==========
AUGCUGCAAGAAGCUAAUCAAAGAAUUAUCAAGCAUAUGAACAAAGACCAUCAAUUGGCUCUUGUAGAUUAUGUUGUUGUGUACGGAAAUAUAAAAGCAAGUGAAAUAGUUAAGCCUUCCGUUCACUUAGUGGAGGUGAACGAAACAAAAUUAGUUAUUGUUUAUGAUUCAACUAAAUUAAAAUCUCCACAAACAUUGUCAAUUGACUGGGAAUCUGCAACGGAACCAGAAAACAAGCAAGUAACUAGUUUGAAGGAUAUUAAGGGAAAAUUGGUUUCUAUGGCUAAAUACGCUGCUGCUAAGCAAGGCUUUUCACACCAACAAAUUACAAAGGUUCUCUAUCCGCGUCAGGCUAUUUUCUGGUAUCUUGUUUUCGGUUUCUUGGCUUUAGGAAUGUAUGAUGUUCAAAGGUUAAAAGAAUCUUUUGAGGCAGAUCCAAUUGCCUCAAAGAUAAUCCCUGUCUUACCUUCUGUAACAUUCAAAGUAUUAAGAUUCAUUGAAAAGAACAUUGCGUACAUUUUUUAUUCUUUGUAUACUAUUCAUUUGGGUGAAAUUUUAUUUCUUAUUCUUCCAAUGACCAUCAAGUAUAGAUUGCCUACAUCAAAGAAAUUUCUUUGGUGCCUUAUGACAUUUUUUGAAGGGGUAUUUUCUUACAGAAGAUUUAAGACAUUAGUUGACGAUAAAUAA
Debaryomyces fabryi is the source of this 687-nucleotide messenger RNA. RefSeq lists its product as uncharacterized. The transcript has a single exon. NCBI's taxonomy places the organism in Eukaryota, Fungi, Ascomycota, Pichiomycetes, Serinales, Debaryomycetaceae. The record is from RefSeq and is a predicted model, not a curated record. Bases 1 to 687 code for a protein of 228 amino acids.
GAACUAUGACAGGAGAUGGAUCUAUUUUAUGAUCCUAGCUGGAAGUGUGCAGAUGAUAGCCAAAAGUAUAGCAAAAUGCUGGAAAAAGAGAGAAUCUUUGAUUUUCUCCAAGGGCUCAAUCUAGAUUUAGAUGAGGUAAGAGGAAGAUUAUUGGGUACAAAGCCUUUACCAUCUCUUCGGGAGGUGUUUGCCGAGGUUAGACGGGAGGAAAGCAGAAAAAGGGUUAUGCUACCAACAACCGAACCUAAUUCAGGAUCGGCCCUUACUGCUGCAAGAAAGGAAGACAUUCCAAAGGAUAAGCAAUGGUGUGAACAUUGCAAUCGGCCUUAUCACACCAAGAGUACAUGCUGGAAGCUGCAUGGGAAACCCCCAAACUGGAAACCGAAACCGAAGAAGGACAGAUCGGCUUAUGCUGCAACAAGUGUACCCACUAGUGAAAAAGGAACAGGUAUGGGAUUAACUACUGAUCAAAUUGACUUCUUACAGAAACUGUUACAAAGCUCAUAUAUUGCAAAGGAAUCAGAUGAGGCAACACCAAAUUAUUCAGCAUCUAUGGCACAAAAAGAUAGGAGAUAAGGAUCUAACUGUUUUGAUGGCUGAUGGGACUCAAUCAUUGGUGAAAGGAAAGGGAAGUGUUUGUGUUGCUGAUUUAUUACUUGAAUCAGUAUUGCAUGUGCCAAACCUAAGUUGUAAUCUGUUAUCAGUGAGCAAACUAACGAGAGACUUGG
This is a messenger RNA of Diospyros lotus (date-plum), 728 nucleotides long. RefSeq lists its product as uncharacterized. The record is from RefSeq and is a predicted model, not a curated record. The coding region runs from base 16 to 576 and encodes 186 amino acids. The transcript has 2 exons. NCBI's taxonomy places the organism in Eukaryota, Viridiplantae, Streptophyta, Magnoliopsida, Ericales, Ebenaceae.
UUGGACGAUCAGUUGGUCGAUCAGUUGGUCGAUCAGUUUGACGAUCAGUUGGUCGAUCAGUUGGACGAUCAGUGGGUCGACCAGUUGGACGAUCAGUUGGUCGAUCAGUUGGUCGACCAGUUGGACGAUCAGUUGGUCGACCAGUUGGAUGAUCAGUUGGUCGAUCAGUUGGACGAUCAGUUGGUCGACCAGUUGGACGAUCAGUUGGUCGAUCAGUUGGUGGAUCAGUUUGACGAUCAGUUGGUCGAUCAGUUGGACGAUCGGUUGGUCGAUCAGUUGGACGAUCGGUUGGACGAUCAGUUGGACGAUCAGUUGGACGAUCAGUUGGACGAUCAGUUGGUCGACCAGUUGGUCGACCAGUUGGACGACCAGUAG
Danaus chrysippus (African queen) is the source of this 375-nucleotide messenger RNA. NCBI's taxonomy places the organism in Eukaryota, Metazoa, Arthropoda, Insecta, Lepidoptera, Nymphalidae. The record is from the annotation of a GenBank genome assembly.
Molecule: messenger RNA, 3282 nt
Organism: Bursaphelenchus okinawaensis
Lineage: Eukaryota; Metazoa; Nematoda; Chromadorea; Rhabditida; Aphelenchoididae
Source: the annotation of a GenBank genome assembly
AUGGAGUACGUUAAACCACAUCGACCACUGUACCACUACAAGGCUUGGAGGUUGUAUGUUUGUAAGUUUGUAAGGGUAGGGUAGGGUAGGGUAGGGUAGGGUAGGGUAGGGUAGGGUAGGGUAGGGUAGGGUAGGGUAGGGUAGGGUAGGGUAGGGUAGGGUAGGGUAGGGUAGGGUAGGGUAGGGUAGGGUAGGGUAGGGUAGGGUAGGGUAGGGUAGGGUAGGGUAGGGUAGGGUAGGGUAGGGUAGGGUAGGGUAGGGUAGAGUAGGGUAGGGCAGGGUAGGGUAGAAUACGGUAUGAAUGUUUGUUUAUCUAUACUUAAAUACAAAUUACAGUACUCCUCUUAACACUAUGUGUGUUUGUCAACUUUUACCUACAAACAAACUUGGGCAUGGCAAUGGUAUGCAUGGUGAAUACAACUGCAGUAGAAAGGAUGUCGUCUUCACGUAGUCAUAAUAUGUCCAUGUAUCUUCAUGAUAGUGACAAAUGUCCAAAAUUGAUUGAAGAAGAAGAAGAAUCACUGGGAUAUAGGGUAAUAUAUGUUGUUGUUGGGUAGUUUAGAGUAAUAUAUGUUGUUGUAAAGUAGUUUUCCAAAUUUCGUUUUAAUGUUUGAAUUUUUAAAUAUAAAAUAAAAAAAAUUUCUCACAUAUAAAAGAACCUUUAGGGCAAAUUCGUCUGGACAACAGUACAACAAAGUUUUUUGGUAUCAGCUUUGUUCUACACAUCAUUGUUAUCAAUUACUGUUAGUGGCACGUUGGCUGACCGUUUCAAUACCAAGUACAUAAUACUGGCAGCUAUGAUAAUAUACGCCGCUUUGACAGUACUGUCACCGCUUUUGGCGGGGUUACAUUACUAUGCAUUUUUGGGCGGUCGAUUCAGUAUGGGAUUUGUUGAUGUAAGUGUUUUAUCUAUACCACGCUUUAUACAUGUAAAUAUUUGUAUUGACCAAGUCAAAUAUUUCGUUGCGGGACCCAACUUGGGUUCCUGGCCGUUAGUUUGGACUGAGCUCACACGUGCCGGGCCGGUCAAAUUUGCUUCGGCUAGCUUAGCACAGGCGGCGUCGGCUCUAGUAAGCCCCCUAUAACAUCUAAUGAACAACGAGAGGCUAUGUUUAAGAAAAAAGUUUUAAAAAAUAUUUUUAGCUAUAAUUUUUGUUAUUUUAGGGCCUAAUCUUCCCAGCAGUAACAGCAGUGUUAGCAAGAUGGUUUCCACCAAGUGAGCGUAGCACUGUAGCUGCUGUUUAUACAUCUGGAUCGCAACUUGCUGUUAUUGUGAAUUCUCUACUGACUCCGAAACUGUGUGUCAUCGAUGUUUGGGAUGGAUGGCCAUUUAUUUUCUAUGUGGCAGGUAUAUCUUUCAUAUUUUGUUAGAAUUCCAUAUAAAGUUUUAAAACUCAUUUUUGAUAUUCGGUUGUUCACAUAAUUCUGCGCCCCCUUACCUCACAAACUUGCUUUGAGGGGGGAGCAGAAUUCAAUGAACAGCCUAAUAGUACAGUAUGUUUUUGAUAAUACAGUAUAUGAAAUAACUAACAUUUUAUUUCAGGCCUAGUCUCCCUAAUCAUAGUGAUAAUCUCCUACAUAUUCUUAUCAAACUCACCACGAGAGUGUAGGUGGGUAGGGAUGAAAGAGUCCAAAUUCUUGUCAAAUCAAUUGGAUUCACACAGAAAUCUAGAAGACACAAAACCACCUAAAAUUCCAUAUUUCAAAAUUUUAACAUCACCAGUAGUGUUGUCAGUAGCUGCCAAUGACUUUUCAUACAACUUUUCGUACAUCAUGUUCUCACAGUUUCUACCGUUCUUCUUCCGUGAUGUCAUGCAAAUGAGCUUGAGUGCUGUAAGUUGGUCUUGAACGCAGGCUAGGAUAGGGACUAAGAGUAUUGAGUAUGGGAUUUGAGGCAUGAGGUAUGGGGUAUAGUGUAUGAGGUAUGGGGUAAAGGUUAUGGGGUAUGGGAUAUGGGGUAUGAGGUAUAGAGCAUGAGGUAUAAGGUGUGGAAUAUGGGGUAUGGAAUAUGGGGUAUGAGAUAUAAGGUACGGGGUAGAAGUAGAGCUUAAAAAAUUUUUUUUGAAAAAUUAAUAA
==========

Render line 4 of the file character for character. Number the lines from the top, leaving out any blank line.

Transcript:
This is a messenger RNA of Diospyros lotus (date-plum), 728 nucleotides long. RefSeq lists its product as uncharacterized. The record is from RefSeq and is a predicted model, not a curated record. The coding region runs from base 16 to 576 and encodes 186 amino acids. The transcript has 2 exons. NCBI's taxonomy places the organism in Eukaryota, Viridiplantae, Streptophyta, Magnoliopsida, Ericales, Ebenaceae.